In a tough poll battle, the Congress has put its chief ministers on notice — get the Lok Sabha numbers or be prepared to be replaced.
A picture of Haryana CM Bhupinder Singh Hooda, Maharashtra CM Prithviraj Chavan, Himachal Pradesh CM Virbhadra Singh and Kerala CM Oommen Chandy. (Agencies)
The Congress is in power in 11 states that together account for 151 Lok Sabha seats and a junior partner in ruling coalitions in three others. Main rival the BJP is at the helm in five states and partners the Shiromani Akali Dal in Punjab.
“The message was conveyed last month. Rival groups in many states are gunning for the chief ministers,” a senior party leader told HT on condition of anonymity. “The CMs were told that much depends on the party performance in polls and hence, they need to pull up their socks.”
May 16, when votes will be counted at the end of nine phases of polling for 543 Lok Sabha seats, is particularly important for Maharashtra chief minister Prithviraj Chavan, Karnataka’s Siddaramaiah, Kerala’s Oommen Chandy, Haryana’s Bhupinder Singh Hooda, Uttarakhand’s Harish Rawat and Himachal Pradesh CM Virbhadra Singh.
State delegations had been flocking to Delhi regularly, meeting the party brass and even demanding the removal of CMs in some cases.
With polls drawing close, the leadership, however, decided against a shake-up. Vijay Bahuguna in Uttarakhand was the only exception as the infighting in the hill state was reaching “dangerous levels”, threatening Lok Sabha prospects.
Siddaramaiah has so far maintained that the Congress would win at least 20 of the 28 seats in Karnataka. His confidence perhaps stems from the last year’s assembly elections when the Congress decimated the BJP, winning 122 of the total 224 seats.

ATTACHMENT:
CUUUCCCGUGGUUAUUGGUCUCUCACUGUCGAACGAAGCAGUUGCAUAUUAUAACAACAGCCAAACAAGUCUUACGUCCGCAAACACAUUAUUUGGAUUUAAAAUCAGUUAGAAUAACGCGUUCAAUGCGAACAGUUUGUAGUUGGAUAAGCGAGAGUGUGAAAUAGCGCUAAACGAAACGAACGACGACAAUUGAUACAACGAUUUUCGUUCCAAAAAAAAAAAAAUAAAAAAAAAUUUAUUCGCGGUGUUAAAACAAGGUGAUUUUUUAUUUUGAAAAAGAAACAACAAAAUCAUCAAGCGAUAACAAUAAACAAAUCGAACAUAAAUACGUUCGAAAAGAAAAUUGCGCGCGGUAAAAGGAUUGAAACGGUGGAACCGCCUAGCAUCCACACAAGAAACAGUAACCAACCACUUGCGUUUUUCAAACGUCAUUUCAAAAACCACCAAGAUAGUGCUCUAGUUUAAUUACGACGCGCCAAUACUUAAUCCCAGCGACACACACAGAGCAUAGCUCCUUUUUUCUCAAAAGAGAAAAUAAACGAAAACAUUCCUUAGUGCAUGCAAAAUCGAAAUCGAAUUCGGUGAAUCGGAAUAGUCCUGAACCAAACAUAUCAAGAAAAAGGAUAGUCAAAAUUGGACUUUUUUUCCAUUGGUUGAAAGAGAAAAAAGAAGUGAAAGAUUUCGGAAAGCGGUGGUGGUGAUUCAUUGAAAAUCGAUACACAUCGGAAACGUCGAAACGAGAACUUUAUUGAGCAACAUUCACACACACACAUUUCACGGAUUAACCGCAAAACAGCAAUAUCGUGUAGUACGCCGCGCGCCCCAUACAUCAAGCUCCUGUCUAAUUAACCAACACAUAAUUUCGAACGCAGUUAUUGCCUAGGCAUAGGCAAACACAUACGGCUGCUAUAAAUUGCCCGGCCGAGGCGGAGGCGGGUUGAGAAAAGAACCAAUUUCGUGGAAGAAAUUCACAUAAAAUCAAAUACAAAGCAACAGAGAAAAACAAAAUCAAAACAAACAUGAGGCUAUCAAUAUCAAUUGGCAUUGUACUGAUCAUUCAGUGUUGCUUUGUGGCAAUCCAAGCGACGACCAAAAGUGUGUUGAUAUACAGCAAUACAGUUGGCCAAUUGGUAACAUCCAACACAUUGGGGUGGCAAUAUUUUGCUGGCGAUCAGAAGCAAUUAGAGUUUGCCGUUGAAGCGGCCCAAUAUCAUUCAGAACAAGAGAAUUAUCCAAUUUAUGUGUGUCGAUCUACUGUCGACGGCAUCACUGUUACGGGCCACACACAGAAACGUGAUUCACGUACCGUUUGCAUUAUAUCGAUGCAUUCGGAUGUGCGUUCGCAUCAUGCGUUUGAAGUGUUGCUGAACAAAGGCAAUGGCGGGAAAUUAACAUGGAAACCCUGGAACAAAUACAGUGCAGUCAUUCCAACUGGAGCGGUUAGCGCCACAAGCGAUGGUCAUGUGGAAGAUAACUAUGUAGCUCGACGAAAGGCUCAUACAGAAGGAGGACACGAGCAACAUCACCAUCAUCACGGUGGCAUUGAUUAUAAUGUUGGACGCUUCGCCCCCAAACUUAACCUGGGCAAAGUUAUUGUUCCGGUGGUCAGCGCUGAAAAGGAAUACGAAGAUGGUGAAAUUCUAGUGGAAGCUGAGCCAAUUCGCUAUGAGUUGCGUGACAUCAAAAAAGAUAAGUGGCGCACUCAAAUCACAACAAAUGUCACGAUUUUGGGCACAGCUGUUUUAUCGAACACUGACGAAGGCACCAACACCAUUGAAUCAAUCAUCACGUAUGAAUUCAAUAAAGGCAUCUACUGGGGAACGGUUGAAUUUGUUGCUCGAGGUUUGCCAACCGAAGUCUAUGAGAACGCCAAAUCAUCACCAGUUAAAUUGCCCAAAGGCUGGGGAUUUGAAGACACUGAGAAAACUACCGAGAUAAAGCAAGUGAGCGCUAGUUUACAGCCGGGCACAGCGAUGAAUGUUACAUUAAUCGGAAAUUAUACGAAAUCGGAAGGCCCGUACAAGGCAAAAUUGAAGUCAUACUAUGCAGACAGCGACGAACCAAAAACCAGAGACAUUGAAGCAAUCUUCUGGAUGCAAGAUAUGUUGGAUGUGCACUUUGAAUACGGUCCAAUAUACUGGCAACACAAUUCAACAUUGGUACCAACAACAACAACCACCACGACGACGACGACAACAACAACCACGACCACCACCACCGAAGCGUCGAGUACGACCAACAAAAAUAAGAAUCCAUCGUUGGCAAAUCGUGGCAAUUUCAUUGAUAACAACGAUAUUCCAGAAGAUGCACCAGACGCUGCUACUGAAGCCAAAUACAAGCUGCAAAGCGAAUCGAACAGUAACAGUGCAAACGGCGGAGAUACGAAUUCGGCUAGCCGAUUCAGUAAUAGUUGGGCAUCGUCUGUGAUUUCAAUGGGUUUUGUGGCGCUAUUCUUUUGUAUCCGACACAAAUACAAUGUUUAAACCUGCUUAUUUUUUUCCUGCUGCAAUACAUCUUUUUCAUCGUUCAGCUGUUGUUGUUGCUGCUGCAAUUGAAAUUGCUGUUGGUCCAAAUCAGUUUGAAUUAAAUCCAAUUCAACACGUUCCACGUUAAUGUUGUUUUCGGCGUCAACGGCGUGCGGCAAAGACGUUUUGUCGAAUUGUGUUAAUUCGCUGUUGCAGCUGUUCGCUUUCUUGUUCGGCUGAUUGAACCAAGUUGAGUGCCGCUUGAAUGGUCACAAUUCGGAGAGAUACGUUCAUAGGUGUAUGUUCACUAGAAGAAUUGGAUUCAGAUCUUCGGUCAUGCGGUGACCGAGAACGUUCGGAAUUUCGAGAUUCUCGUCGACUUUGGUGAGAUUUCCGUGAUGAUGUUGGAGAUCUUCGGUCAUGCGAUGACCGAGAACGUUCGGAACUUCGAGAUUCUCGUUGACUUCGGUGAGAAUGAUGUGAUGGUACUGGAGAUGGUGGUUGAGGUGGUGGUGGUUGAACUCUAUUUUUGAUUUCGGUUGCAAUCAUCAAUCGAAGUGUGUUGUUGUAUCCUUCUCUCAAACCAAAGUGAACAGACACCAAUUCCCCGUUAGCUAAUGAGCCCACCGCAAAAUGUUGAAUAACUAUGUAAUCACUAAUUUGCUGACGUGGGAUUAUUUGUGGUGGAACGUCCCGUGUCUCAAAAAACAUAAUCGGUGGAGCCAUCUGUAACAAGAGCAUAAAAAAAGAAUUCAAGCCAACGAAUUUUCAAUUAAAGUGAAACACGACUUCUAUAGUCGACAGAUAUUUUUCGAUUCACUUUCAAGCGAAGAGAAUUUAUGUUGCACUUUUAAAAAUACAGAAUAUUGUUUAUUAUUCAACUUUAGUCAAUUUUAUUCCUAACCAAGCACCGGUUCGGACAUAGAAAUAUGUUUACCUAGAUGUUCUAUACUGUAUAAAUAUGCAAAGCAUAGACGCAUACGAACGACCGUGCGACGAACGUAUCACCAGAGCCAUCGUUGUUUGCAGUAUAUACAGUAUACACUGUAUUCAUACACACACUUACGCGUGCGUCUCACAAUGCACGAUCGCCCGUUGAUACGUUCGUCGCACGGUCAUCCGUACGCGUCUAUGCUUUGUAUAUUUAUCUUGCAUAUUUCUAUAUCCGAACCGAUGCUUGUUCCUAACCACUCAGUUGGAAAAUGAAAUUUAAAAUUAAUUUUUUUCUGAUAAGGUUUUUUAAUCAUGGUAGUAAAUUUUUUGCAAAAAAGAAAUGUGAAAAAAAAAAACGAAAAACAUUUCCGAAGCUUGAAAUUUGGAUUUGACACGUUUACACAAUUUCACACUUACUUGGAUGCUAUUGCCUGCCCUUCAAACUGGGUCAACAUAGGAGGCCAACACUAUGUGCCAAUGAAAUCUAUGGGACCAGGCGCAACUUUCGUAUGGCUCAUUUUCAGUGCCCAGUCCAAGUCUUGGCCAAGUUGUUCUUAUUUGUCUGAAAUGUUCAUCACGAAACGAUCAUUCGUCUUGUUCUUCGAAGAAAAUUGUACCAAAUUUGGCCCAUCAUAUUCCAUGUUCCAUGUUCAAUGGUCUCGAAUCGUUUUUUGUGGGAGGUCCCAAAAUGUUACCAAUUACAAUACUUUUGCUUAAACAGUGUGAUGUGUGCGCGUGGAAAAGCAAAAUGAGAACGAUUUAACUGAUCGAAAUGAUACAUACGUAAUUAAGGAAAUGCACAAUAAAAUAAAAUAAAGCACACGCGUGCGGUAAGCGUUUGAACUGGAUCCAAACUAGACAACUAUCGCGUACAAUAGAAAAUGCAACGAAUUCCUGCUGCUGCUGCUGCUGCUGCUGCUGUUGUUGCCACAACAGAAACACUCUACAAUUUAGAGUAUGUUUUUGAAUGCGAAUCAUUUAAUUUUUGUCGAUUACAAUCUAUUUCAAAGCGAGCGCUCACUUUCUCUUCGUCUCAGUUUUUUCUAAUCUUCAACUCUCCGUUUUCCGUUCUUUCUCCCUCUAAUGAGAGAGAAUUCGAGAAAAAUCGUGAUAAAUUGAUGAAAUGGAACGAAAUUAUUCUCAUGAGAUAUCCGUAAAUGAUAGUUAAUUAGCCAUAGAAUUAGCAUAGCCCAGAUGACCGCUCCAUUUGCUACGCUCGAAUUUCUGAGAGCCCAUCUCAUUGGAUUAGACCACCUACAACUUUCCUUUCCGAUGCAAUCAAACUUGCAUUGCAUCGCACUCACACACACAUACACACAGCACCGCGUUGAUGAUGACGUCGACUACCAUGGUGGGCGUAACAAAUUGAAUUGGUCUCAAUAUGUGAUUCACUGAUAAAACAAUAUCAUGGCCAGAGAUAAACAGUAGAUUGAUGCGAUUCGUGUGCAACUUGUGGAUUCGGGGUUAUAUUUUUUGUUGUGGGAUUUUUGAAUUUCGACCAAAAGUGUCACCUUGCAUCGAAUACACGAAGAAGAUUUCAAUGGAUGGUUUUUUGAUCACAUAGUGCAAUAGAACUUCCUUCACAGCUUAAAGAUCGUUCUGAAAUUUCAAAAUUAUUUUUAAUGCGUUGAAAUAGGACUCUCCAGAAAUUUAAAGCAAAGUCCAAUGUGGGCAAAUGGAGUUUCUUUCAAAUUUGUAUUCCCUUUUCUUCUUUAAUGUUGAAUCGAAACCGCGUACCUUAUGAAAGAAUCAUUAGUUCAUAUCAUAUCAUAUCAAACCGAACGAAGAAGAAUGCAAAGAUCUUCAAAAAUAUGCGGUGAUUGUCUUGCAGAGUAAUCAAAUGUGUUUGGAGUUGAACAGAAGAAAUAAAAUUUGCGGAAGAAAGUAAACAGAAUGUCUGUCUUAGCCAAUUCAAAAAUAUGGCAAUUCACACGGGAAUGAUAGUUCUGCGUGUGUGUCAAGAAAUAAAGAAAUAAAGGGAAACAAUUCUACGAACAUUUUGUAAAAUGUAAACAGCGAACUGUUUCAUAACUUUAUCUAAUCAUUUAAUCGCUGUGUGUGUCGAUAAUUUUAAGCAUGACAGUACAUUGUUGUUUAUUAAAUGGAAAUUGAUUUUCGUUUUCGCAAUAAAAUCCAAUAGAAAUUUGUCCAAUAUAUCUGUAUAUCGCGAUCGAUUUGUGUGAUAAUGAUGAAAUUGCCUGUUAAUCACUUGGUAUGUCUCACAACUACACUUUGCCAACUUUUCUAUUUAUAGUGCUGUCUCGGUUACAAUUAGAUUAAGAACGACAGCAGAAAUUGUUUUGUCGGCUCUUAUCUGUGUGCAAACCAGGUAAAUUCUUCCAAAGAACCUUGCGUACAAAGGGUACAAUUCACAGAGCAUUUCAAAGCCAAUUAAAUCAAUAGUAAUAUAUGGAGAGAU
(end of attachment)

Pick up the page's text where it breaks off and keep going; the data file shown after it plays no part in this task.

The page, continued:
But that was 10 months ago. Former CM BS Yeddyurappa, forced out of the BJP on charges of corruption, is back in the saffron party. Having considerable influence over the 16% powerful upper-caste Lingayat community, his Karnataka Janatha Party secured a vote share of 10% in the assembly elections, denying the BJP a second successive term in office in the only southern state it ever ruled.
Chavan, too, has his work cut out in Maharashtra that has 48 seats. In power since 1999, the ruling Congress-Nationalist Congress Party (NCP) coalition is up against stiff anti-incumbency. He has to ensure that the party, at least, doesn’t slip beyond 17 seats -- its 2009 tally.
Riding on the “Modi wave”, the BJP-Shiv Sena combine is working overtime. The Congress is hoping that Maharashtra Navnirman Sena plays the spoilsport again. In 2009, it spilt the opposition’s votes and helped the Congress win all six Mumbai seats. An adverse outcome in Kerala could mean trouble for Chandy, who has had a tough last few months.
The pressure has mounted with the induction of archrival Ramesh Chennithala, a former state unit chief, as his home minister. He would take complete responsibility if the Congress doesn’t do well, Chandy has said. Defence minister AK Antony quit as the Kerala CM after the Congress-led UDF’s defeat in the 2004 Lok Sabha elections.
In the north, Hooda has to go back to the voters in October and can’t afford a poor showing in national elections. Virbhadra Singh, who virtually rebelled against the high command to be sent back to Himachal ahead of the 2012 state elections that the party won, would need something to show for himself.
In neighbouring Uttarakhand, Rawat could get a reprieve as he was named CM barely days ahead of the elections.